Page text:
Squid - Black and White

Sometimes when Squid thinks of the Navy, Squid has quaint thoughts of tall ships with wooden masts circa the War of 1812. Then Squid glances over at the Naval Postgraduate School for more high-tech navel activities. But they’re not always faster. It took almost eight months for U.S. Navy Cmdr. M.D. Sutton to respond to a Freedom of Information Act request seeking documents concerning the removal of former NPS President Dan Oliver and Provost Leonard Ferrari.

One of the things Oliver took heat for in a damning federal report: hiring former VP for Finance and Administration Colleen Nickles. When Nickles declined an offer of $162,000, Oliver reportedly arranged for a contractor to hire her at $275,000. 


Nickles filed monthly progress reports, and her first, for July 2009, is the most telling: “Departmental chairs are so closely tied to their sponsors that there is no perceived need for regular accountability through financial reporting,” she wrote. Nickles picked up on some of the same key concerns – accounting practices, allocation of resources, research focus among them – in her first few weeks on the job that Navy inspectors later dug into. Ironic, Squid thinks: If leadership had listened to Nickles, who later became the scapegoat of the whole saga, they might’ve righted the ship.

INVISIBLE BOGEYMEN… Squid cops to some paranoia about the health impacts of Squid’s iPhone. Who knows what damage it does to Squid’s tender membranes? Wi-Fi, SmartMeters, compact fluorescent lightbulbs – a cloud of radiation penetrates just about everywhere on the planet but Squid’s vacation lair at the bottom of the Monterey Submarine Canyon.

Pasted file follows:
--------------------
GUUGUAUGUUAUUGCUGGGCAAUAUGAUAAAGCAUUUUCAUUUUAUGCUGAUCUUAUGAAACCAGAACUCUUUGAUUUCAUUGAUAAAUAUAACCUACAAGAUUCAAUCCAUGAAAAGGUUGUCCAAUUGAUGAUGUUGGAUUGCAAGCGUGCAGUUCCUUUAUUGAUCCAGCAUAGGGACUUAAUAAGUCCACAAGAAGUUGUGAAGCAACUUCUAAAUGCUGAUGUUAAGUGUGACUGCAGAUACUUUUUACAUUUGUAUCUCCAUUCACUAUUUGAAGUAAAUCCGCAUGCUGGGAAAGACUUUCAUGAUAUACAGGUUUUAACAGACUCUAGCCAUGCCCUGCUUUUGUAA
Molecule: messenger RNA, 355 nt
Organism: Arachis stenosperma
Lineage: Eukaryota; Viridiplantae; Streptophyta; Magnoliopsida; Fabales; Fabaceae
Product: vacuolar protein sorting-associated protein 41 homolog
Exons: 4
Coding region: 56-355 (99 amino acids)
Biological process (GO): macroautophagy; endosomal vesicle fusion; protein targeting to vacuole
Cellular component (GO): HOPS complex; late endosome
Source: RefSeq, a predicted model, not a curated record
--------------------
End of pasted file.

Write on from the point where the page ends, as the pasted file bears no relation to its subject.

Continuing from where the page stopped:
So Squid sympathizes with Monterey activist Nina Beety, who has invoked the radiation spectre in her battles against PG&E’s digital meters, the AT&T cell tower in Pacific Grove, Caltrans radar devices and, most recently, planned wind turbines in Gonzales. (By 4-1, the supes rejected Beety’s appeal of the turbines July 30.) Even the solar power proposed to Monterey Peninsula Unified School District, Beety warned, can create the high-frequency electrical pollution that causes a sickness from which Beety claims to suffer.

Squid is sorry to hear that – and acknowledges the dangers are possible. But Squid finds much more comfort in evidence provided by the Federal Communications Commission that the radio frequencies bombarding us everywhere, all the time, are (mostly) safe. The RF train has left the station, and it’s carrying a lot of goods that make modern life pretty darn cool. Squid suspects the stress of fearing them is probably the most damaging health impact of all.

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